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Country Profile: Hungary

The world’s leading promoters & the 55 top markets they operate in.
Click the interactive map below to explore the top 55 global markets.

In Hungary, 2023 has very much been Live Nation’s year. The promoting giant occupied the country’s only major stadium – Puskás Aréna – for the entire summer, with the likes of Depeche Mode, Guns N’ Roses, and Rammstein headlining the venue. “The major operations of international companies like Live Nation and AEG work very well, especially in Hungary,” says Laszlo Hegedus, MD of Multimedia Organisation Kft, “The geographically central position of the country allows fans from the Balkans and across Eastern Europe easy [access to] the big stadium shows in Budapest.”

Inflation has been as damaging here as anywhere however, with the knock-on effect of hitting small and mid-level shows hardest. “We’re experiencing a very interesting split of the market,” Hegedus says. “The major names are getting all the attention, and, despite the general financial crisis, their followers pay ridiculous ticket prices because people want to see them under any circumstances. There’s a kind of ‘end of the world’ feeling. This is killing many independent promoters.”

Yet, he argues, the tide is beginning to turn. Hungary has a healthy industry of independent promoters, including Multimedia, Livesound, Concerto Music, and Green Stage Productions. Sadly, longstanding promoter ShowTime Budapest closed following the death of MD Márton Brády in 2021.

Sadly, longstanding promoter ShowTime Budapest closed following the death of MD Márton Brády in 2021.

Zsolt Borsányi of the ecologically minded Green Stage (formerly Danubius Music) recently staged sold-out arena shows by Hans Zimmer and was involved with booking the 180 local artists who appeared with Ennio Morricone during his Hungarian shows. He hails the arrival of the 18,000-capacity MVM Dome in Budapest for bolstering the country’s upper echelon concert industry and notes that agents are booking more major tours through Hungary now that they’ve realised how far away Budapest is from the Ukraine war.

“The full impact of the economic conditions isn’t yet being felt,” Borsányi says, “because the mainstream concert events sell out quickly. Based on the forecasts, a major downturn is more likely in early 2024, but I hope things will turn positive before then. If the right economic and social decisions are taken in the period ahead, then perhaps by the end of 2024, early 2025, we could be back on track. We are optimistic about the future, but it is certain that we will need to make [safer] business decisions that will help this transition.”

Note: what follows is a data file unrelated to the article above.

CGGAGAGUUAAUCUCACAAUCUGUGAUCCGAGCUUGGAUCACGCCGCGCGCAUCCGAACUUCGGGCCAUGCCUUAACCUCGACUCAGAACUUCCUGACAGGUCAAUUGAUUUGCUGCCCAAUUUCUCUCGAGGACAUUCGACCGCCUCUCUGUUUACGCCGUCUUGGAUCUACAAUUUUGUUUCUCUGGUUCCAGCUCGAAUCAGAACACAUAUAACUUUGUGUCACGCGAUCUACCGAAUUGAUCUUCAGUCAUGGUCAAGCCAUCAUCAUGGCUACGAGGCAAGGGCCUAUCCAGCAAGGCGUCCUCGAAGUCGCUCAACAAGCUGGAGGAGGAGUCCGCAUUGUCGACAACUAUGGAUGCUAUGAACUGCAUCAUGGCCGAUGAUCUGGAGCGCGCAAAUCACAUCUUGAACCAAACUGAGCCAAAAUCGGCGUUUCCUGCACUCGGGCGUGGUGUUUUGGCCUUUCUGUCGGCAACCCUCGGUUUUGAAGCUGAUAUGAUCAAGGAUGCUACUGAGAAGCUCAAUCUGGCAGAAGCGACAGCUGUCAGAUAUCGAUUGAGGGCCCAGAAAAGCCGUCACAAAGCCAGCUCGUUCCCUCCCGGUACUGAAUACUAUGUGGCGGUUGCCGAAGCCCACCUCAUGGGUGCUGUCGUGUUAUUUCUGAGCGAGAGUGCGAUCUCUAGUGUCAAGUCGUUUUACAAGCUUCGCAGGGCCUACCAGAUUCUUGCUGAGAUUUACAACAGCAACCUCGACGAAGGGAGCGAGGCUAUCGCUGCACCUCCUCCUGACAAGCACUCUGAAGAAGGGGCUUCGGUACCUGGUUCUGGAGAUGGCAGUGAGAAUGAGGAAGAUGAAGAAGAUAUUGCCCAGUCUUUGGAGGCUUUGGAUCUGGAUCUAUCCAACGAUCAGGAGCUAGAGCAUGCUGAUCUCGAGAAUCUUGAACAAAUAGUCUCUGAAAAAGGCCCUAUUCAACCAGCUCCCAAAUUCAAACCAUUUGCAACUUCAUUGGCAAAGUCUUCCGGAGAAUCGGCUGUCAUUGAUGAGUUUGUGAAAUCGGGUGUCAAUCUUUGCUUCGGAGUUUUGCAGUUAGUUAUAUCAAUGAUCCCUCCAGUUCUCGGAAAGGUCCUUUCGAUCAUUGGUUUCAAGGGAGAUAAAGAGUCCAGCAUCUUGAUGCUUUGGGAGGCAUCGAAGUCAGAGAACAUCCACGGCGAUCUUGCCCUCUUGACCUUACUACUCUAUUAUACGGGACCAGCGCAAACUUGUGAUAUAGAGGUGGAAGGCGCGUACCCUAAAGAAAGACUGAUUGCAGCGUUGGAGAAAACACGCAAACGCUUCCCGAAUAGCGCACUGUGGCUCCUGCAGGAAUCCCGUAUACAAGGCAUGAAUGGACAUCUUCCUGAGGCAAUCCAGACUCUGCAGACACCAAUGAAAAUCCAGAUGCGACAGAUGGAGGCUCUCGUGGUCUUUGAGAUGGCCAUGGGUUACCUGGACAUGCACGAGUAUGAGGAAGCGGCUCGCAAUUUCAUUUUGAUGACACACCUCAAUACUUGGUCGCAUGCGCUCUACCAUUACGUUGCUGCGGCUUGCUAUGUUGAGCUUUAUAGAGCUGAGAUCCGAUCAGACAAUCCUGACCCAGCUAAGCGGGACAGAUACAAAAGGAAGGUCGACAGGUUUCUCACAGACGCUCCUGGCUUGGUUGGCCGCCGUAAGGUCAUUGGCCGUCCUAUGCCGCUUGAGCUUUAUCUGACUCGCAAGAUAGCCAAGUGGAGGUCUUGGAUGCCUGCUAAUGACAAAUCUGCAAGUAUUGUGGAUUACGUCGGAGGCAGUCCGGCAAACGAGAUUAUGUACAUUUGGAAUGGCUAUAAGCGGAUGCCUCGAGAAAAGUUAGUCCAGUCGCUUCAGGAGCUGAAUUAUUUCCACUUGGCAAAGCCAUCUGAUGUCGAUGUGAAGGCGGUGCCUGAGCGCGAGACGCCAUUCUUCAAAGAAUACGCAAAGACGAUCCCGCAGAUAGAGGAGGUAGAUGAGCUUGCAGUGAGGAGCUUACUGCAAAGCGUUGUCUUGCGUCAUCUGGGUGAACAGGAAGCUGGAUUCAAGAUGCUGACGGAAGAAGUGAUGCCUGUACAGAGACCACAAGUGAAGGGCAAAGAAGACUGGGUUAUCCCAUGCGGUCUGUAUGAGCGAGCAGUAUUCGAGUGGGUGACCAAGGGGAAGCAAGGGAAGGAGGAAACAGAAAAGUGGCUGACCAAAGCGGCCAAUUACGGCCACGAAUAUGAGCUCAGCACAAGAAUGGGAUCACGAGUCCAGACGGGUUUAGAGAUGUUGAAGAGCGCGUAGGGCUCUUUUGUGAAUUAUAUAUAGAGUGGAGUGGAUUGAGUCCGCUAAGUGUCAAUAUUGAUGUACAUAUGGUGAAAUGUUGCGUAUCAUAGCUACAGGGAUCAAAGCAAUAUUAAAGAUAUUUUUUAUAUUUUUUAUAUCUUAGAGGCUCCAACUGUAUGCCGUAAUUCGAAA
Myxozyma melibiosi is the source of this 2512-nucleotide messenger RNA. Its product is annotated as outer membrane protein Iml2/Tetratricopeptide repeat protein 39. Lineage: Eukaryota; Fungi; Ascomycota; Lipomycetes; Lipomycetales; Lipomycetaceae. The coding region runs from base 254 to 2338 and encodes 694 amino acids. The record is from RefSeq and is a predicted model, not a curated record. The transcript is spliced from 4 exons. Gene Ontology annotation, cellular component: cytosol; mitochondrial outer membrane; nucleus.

Meanwhile, the country’s youth is rallying around the grassroots scene. “In growing numbers they’re visiting the smaller- and medium-sized events just to support them against the major mega shows,” reckons Hegedus. This is not a movement yet, but if it develops further, in a few years we might see a new trend of ‘independentism.’”

“In growing numbers they’re visiting the smaller- and medium-sized events just to support them against the major mega shows.”

In the festival scene, it’s also a story of success at the top end. The country’s biggest event, Sziget, was another success this year, drawing 100,000 fans per day to the Island of Freedom in the middle of the Danube in Budapest for multicultural programmes headlined by the likes of Billie Eilish, David Guetta, and Florence + The Machine. “After quite a hard period during Covid, it’s the start of a new beginning,” festival CEO Tamás Kádár told IQ. “The focus is to provide people with the time of their lives.”

Several smaller festivals struggled, though. “Many small and medium festivals closed down due to lack of interest or because they lacked the required permissions from the authorities due to the protestations of neighbouring citizens,” says Hegedus. “Only the big and well-financed festivals remain successful.”

The best method for building acts remains the tried-and- tested: dedicated gigging to build audiences on the club circuit, where Hungarians tend to gather socially whatever the music (although hip-hop remains particularly popular).

“For international acts, too, a functioning club network provides them with a good opportunity to introduce themselves to the Hungarian market, mainly during the summer period,” Hegedus says.

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